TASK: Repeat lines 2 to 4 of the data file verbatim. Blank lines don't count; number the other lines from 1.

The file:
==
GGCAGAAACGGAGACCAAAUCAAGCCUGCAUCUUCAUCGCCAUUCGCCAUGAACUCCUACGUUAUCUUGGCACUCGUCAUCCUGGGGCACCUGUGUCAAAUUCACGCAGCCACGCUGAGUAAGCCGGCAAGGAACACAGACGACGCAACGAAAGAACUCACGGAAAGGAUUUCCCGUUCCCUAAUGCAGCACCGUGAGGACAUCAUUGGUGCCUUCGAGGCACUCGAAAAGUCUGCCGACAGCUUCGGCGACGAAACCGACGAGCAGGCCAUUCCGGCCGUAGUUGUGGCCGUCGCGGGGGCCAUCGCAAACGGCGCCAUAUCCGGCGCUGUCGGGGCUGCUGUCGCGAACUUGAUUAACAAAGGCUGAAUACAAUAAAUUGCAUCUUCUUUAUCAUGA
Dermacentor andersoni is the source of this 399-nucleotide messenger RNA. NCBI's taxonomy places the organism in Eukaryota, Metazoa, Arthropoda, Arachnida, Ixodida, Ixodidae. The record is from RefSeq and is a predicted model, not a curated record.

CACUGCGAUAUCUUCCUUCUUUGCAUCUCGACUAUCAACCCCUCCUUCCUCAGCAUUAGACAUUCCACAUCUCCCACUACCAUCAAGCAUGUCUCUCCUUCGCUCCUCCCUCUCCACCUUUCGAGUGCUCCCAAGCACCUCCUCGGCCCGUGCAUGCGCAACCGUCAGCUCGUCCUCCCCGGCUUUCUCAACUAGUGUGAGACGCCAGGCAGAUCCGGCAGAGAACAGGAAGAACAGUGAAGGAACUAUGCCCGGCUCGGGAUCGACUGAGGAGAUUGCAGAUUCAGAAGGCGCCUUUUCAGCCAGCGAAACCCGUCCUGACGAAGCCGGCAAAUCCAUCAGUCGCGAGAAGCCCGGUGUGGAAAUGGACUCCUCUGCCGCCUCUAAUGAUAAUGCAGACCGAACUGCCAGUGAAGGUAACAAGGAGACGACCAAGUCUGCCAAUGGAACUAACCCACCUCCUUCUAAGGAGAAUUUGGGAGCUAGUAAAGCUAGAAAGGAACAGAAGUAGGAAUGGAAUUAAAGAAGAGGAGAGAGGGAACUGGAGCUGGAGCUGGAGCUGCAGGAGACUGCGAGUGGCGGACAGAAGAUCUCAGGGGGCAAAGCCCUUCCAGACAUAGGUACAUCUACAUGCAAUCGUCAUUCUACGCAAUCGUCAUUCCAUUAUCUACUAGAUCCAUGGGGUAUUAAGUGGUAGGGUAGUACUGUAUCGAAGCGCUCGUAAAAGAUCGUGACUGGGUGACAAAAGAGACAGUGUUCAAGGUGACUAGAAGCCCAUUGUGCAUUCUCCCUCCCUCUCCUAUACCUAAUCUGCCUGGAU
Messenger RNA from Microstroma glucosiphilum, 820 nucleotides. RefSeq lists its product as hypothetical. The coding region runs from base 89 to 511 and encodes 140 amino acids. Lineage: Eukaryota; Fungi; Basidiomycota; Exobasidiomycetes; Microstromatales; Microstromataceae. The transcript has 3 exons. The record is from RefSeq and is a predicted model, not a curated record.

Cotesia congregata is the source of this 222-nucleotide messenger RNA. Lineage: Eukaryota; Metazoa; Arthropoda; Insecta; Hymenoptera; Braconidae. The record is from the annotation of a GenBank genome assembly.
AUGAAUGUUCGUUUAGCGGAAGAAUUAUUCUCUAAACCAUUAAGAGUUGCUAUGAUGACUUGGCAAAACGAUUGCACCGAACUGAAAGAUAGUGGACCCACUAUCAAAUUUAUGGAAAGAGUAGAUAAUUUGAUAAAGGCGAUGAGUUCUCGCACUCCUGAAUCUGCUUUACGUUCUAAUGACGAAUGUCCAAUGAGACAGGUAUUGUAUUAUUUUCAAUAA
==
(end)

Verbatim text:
Dermacentor andersoni is the source of this 399-nucleotide messenger RNA. NCBI's taxonomy places the organism in Eukaryota, Metazoa, Arthropoda, Arachnida, Ixodida, Ixodidae. The record is from RefSeq and is a predicted model, not a curated record.

CACUGCGAUAUCUUCCUUCUUUGCAUCUCGACUAUCAACCCCUCCUUCCUCAGCAUUAGACAUUCCACAUCUCCCACUACCAUCAAGCAUGUCUCUCCUUCGCUCCUCCCUCUCCACCUUUCGAGUGCUCCCAAGCACCUCCUCGGCCCGUGCAUGCGCAACCGUCAGCUCGUCCUCCCCGGCUUUCUCAACUAGUGUGAGACGCCAGGCAGAUCCGGCAGAGAACAGGAAGAACAGUGAAGGAACUAUGCCCGGCUCGGGAUCGACUGAGGAGAUUGCAGAUUCAGAAGGCGCCUUUUCAGCCAGCGAAACCCGUCCUGACGAAGCCGGCAAAUCCAUCAGUCGCGAGAAGCCCGGUGUGGAAAUGGACUCCUCUGCCGCCUCUAAUGAUAAUGCAGACCGAACUGCCAGUGAAGGUAACAAGGAGACGACCAAGUCUGCCAAUGGAACUAACCCACCUCCUUCUAAGGAGAAUUUGGGAGCUAGUAAAGCUAGAAAGGAACAGAAGUAGGAAUGGAAUUAAAGAAGAGGAGAGAGGGAACUGGAGCUGGAGCUGGAGCUGCAGGAGACUGCGAGUGGCGGACAGAAGAUCUCAGGGGGCAAAGCCCUUCCAGACAUAGGUACAUCUACAUGCAAUCGUCAUUCUACGCAAUCGUCAUUCCAUUAUCUACUAGAUCCAUGGGGUAUUAAGUGGUAGGGUAGUACUGUAUCGAAGCGCUCGUAAAAGAUCGUGACUGGGUGACAAAAGAGACAGUGUUCAAGGUGACUAGAAGCCCAUUGUGCAUUCUCCCUCCCUCUCCUAUACCUAAUCUGCCUGGAU
Messenger RNA from Microstroma glucosiphilum, 820 nucleotides. RefSeq lists its product as hypothetical. The coding region runs from base 89 to 511 and encodes 140 amino acids. Lineage: Eukaryota; Fungi; Basidiomycota; Exobasidiomycetes; Microstromatales; Microstromataceae. The transcript has 3 exons. The record is from RefSeq and is a predicted model, not a curated record.